But I think you still get it. We really shot it on the train in the real train cars, and they were all linked up.
That sequence reminded me a little bit of Goodfellas.
A little bit. There’s something immersive, I think, when those kinds of shots are used properly. They’re really fun, and in films like Children Of Men, they’re really effective, when you stick with things and go a little wider than normal. Letting the environment be the character.
I was really blown away, as well, by Christoph Waltz’s performance, which I thought was remarkable. Did you have conversations about how dark you should make his character?
Yeah, we did. We really tried, together, not to judge him, as a character. It’s a mistake people can make on a film like this, where they say that they’re evil. I think it would have been unfair for he and I to judge him and say he’s evil.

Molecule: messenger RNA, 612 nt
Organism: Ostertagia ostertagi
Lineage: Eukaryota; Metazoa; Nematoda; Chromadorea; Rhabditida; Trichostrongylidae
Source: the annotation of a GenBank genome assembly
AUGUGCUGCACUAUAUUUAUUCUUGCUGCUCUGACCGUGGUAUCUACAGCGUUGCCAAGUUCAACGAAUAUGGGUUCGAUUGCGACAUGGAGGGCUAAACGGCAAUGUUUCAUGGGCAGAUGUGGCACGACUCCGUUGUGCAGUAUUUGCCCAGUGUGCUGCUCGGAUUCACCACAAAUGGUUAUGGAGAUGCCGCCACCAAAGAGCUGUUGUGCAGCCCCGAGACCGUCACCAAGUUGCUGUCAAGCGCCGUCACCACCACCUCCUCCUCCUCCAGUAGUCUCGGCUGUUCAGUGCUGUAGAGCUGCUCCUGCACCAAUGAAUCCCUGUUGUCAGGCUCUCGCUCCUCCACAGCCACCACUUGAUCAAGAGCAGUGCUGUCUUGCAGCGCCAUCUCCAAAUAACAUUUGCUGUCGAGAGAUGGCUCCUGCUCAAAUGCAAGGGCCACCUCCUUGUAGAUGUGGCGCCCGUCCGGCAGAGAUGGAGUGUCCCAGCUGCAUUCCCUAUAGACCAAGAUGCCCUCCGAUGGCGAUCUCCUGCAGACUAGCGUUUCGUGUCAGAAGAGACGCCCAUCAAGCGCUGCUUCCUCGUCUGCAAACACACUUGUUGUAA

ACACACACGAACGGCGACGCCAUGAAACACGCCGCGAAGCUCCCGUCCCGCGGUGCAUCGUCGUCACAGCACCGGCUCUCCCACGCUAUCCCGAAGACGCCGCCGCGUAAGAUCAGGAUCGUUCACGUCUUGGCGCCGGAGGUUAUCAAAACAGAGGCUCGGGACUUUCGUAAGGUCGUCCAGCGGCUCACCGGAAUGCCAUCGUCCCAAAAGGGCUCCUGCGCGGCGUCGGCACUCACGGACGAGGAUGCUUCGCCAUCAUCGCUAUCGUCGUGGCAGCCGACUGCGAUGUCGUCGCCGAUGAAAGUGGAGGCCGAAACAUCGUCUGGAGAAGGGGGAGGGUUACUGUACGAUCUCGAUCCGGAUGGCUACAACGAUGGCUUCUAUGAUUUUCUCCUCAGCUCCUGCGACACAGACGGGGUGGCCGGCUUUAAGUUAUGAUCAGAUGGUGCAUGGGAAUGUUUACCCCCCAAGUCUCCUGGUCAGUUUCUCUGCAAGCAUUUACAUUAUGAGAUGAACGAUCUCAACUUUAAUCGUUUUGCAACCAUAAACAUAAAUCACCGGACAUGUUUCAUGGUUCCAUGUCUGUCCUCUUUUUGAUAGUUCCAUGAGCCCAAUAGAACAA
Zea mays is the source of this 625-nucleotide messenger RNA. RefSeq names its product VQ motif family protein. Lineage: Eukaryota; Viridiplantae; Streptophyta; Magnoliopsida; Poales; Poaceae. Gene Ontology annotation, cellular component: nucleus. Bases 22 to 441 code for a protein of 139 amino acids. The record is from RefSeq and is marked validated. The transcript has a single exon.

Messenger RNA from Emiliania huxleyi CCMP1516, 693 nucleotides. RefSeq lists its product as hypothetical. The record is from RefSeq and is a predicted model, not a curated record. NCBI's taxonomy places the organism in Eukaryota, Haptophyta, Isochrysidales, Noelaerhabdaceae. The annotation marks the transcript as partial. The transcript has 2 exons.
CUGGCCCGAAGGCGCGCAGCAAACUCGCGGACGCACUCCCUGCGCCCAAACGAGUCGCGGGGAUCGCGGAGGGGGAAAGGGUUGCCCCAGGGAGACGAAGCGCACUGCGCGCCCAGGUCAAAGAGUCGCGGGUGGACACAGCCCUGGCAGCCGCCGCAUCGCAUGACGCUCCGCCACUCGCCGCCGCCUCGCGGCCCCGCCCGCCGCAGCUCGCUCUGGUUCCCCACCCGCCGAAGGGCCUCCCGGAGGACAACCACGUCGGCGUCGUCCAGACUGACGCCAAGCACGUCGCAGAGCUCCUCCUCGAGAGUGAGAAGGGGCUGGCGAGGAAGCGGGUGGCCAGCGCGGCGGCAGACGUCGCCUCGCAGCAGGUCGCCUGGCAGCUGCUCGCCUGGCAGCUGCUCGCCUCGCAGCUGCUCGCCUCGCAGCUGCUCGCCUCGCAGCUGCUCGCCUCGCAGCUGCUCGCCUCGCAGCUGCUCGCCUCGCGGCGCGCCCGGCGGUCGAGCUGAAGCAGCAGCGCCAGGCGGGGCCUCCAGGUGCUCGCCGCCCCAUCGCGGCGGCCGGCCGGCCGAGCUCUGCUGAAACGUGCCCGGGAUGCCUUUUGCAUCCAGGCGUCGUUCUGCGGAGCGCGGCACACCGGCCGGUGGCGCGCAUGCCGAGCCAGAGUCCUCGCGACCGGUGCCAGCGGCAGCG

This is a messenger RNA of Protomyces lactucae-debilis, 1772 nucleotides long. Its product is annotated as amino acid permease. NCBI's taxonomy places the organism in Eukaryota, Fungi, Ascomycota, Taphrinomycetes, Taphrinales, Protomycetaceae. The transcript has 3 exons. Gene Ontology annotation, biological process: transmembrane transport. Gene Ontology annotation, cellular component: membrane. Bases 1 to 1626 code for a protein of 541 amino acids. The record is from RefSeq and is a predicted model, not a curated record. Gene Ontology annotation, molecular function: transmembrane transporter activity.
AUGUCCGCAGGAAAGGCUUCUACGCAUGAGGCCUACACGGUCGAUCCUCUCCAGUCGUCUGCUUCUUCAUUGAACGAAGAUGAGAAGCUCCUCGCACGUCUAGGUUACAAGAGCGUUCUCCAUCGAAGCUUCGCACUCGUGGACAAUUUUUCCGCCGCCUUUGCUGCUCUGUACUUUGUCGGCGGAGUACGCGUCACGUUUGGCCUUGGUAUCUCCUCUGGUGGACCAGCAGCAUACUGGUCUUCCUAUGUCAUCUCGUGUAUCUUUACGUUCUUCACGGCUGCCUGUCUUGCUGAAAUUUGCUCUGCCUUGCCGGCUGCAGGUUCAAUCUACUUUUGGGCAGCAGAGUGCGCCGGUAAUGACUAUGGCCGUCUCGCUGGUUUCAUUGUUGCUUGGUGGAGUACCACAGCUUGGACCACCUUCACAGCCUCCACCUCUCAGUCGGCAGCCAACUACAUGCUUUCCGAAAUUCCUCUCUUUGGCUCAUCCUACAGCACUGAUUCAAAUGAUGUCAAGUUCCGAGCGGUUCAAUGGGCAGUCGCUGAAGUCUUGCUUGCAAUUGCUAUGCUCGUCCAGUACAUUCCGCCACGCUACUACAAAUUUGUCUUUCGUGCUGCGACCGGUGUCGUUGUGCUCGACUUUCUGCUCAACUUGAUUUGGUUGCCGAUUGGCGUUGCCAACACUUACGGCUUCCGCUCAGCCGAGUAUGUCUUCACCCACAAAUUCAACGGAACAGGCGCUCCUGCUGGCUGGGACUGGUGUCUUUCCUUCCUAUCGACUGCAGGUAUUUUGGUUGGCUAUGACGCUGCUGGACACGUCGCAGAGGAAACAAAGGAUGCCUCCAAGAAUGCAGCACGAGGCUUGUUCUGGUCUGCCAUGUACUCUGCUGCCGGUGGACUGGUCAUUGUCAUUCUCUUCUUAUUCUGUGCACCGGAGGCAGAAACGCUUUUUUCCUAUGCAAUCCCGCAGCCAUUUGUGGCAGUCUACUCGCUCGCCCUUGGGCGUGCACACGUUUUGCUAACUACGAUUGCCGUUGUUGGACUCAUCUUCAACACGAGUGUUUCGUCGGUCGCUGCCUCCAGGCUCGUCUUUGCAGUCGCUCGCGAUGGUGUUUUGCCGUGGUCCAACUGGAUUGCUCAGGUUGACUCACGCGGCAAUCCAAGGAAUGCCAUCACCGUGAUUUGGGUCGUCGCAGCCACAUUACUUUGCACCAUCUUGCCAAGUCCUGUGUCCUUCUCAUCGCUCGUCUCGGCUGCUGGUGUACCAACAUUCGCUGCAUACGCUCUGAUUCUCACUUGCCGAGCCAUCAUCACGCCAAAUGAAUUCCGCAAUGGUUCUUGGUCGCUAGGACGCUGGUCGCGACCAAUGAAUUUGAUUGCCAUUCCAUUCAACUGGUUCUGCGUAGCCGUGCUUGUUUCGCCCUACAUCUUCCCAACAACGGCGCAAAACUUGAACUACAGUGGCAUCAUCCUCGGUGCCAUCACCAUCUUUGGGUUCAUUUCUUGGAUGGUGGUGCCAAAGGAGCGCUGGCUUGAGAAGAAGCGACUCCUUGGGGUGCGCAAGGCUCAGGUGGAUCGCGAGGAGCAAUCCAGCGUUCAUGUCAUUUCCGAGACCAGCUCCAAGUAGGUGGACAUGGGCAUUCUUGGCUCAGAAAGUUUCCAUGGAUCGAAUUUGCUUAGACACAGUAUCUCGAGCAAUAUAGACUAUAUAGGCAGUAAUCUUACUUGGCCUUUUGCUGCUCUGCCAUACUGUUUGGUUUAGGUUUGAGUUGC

Instead, typically, what we would do when we would talk was flop the story, and we would say that he was the hero. He’s built this family and built the circus and he’s desperate. He’s trying to hold his family together, and he wants the circus to make money so that he can pay his guys.
And in comes this young fucking guy who’s going to take his wife and destroy his family and his circus. When you look at it from that perspective, what it does is gives him a logic, which I think makes him human.
Now, his morality is questionable. Personally, I align myself with Jacob anyway, and he’s going to build his life in a very moral way. But that’s the approach Christoph and I had. And it’s also interesting, because there were certain moments where the scenes were scripted a bit scarier, in kind of an on-the-nose way.